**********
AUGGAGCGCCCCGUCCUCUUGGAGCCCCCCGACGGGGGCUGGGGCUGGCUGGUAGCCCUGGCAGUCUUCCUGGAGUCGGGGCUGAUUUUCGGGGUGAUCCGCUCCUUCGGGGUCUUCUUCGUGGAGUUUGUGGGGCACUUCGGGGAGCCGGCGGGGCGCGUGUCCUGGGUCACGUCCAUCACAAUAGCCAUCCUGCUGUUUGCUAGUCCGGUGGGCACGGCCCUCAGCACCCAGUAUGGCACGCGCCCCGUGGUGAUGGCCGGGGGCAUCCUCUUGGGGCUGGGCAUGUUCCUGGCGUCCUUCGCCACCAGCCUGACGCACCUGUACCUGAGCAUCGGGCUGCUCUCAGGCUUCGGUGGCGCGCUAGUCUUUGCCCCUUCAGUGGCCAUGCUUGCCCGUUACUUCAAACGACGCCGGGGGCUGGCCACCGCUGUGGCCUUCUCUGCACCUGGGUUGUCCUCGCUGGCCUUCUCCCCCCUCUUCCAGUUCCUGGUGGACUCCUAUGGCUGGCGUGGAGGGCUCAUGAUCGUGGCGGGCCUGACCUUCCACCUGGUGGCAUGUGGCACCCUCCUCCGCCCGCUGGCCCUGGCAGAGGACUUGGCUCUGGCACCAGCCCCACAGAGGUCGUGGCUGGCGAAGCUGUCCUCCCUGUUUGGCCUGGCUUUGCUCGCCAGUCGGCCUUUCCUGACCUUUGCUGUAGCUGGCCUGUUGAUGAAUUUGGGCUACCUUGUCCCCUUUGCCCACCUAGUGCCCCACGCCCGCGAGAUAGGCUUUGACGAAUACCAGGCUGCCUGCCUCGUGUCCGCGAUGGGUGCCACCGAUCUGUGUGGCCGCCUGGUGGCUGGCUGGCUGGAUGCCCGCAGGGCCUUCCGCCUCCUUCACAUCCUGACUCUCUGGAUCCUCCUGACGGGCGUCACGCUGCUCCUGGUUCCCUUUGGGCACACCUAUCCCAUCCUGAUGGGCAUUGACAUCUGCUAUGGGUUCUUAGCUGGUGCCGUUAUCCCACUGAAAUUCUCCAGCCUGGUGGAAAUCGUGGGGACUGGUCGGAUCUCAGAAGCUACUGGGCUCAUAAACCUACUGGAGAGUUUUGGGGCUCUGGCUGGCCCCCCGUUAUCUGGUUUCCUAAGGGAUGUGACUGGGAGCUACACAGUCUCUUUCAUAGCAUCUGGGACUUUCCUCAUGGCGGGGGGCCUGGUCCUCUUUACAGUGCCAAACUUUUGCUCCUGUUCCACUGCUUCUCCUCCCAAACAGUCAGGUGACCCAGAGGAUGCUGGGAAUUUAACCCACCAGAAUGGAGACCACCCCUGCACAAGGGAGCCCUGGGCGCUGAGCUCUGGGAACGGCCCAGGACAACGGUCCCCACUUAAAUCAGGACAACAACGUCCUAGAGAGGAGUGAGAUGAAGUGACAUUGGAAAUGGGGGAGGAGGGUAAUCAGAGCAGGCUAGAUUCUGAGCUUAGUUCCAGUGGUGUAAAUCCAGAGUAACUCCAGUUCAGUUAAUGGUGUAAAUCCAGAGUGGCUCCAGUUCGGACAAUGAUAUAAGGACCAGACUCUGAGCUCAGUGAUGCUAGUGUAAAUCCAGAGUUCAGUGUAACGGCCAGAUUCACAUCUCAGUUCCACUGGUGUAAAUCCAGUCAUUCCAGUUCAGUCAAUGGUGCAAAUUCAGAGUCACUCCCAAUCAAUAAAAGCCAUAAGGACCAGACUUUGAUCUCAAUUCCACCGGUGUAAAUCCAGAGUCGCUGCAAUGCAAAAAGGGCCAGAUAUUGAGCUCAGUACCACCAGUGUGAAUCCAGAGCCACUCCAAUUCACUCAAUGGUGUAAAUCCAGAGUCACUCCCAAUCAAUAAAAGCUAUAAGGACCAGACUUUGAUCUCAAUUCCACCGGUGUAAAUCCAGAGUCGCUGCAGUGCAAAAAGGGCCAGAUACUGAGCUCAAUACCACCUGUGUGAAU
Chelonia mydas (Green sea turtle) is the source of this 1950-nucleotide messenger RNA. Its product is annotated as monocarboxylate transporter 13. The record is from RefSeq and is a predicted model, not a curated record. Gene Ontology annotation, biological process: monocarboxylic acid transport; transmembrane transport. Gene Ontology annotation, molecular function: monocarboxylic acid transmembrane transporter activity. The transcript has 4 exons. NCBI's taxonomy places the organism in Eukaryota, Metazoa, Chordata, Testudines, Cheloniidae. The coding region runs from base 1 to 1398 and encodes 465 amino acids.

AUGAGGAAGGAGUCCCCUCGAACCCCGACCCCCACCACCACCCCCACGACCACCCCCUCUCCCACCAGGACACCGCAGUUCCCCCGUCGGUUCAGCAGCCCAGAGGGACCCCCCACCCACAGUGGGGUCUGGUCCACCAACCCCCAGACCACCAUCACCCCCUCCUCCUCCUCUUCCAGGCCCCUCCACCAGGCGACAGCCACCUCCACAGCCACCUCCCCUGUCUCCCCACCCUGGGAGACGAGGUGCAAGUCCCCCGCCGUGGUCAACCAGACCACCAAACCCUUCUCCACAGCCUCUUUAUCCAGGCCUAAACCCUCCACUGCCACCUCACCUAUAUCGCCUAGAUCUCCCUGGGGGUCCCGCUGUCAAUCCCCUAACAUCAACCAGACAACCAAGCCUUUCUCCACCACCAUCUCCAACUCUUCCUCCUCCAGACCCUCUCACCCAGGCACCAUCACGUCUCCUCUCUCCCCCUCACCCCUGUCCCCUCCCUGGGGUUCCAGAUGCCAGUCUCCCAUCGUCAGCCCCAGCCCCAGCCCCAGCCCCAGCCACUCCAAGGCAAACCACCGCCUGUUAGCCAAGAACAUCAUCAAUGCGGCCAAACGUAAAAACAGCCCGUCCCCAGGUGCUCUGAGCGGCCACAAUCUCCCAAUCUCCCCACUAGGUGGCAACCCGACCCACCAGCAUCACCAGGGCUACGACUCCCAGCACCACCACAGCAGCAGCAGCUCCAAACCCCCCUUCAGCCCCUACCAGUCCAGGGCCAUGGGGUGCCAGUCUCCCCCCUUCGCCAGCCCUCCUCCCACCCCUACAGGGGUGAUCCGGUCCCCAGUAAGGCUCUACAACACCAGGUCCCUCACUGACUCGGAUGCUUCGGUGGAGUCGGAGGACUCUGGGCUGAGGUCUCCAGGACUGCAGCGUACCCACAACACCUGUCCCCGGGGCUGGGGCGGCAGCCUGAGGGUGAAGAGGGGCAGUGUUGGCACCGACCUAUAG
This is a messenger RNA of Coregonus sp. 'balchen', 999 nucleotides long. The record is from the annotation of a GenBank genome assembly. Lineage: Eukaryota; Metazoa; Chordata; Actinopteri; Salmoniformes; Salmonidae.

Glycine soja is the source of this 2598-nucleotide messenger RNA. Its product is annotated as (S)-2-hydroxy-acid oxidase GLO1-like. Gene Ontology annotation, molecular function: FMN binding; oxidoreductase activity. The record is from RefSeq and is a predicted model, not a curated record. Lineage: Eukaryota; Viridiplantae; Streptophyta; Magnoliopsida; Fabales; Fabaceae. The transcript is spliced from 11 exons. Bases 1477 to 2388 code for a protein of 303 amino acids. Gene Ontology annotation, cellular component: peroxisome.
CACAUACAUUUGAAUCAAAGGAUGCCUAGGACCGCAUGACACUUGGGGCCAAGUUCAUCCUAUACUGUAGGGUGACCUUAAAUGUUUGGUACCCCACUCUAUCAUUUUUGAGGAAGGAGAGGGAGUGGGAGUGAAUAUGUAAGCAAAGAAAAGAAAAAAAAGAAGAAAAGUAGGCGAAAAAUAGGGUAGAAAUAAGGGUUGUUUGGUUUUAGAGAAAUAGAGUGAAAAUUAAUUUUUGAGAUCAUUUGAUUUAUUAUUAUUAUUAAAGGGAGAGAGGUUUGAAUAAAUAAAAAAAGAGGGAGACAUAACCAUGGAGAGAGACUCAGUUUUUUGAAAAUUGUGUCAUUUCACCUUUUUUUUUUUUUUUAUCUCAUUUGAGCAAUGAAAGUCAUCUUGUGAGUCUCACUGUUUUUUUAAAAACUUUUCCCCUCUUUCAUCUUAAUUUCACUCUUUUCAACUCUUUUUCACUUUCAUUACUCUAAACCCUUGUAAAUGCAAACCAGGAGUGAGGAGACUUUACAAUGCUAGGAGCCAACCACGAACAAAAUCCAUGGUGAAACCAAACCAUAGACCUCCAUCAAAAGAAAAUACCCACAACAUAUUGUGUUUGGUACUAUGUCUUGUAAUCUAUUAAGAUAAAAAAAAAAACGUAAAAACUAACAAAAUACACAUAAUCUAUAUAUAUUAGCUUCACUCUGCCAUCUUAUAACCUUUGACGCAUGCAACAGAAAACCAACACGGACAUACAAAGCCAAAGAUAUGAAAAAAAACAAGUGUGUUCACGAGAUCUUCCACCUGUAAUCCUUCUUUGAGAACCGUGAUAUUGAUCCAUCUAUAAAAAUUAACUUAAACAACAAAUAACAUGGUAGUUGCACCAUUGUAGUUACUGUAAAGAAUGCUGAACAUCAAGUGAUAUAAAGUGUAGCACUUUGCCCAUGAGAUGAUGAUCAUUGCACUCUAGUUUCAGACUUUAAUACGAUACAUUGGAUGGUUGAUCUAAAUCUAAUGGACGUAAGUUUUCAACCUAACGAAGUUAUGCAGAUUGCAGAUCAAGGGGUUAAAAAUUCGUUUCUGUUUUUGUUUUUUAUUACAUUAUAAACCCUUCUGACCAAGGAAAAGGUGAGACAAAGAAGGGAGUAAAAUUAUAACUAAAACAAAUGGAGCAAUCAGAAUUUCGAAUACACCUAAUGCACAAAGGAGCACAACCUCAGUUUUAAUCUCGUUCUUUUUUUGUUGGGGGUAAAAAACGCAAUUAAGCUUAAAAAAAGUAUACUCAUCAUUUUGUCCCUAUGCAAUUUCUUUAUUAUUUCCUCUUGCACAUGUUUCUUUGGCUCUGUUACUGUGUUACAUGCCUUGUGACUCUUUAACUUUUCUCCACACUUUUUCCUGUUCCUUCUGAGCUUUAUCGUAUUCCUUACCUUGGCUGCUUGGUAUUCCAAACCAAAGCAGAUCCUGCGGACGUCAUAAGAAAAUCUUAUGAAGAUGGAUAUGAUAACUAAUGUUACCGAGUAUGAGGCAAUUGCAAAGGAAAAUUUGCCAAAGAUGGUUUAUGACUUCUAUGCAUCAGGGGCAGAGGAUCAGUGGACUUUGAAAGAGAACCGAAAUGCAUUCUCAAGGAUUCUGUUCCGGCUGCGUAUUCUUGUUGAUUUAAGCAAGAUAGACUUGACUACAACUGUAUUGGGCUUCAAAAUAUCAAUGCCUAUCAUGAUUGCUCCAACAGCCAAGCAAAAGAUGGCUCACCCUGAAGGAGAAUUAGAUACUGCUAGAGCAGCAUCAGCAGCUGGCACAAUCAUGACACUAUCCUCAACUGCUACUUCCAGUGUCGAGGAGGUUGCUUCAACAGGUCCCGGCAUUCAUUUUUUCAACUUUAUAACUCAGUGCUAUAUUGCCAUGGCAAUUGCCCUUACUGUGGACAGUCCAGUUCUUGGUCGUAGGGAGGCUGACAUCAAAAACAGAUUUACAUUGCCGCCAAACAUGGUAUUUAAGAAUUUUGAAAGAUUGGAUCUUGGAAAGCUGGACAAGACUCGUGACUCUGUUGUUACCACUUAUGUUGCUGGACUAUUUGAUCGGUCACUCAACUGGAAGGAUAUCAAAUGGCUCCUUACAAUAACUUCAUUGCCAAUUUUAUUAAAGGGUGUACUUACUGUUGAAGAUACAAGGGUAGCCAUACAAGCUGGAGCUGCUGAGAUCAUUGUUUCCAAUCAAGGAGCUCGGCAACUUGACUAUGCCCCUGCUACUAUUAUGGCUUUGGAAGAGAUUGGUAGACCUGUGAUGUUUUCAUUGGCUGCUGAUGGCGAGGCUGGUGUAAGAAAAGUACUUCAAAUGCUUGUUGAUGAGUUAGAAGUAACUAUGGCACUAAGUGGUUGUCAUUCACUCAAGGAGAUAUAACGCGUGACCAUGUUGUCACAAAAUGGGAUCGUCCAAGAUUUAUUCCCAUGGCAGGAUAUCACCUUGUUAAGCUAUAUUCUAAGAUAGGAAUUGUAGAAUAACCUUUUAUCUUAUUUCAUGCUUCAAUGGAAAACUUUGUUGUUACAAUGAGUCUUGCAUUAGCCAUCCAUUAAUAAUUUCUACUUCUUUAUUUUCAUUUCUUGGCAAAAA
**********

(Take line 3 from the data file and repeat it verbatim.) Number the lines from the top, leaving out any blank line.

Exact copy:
AUGAGGAAGGAGUCCCCUCGAACCCCGACCCCCACCACCACCCCCACGACCACCCCCUCUCCCACCAGGACACCGCAGUUCCCCCGUCGGUUCAGCAGCCCAGAGGGACCCCCCACCCACAGUGGGGUCUGGUCCACCAACCCCCAGACCACCAUCACCCCCUCCUCCUCCUCUUCCAGGCCCCUCCACCAGGCGACAGCCACCUCCACAGCCACCUCCCCUGUCUCCCCACCCUGGGAGACGAGGUGCAAGUCCCCCGCCGUGGUCAACCAGACCACCAAACCCUUCUCCACAGCCUCUUUAUCCAGGCCUAAACCCUCCACUGCCACCUCACCUAUAUCGCCUAGAUCUCCCUGGGGGUCCCGCUGUCAAUCCCCUAACAUCAACCAGACAACCAAGCCUUUCUCCACCACCAUCUCCAACUCUUCCUCCUCCAGACCCUCUCACCCAGGCACCAUCACGUCUCCUCUCUCCCCCUCACCCCUGUCCCCUCCCUGGGGUUCCAGAUGCCAGUCUCCCAUCGUCAGCCCCAGCCCCAGCCCCAGCCCCAGCCACUCCAAGGCAAACCACCGCCUGUUAGCCAAGAACAUCAUCAAUGCGGCCAAACGUAAAAACAGCCCGUCCCCAGGUGCUCUGAGCGGCCACAAUCUCCCAAUCUCCCCACUAGGUGGCAACCCGACCCACCAGCAUCACCAGGGCUACGACUCCCAGCACCACCACAGCAGCAGCAGCUCCAAACCCCCCUUCAGCCCCUACCAGUCCAGGGCCAUGGGGUGCCAGUCUCCCCCCUUCGCCAGCCCUCCUCCCACCCCUACAGGGGUGAUCCGGUCCCCAGUAAGGCUCUACAACACCAGGUCCCUCACUGACUCGGAUGCUUCGGUGGAGUCGGAGGACUCUGGGCUGAGGUCUCCAGGACUGCAGCGUACCCACAACACCUGUCCCCGGGGCUGGGGCGGCAGCCUGAGGGUGAAGAGGGGCAGUGUUGGCACCGACCUAUAG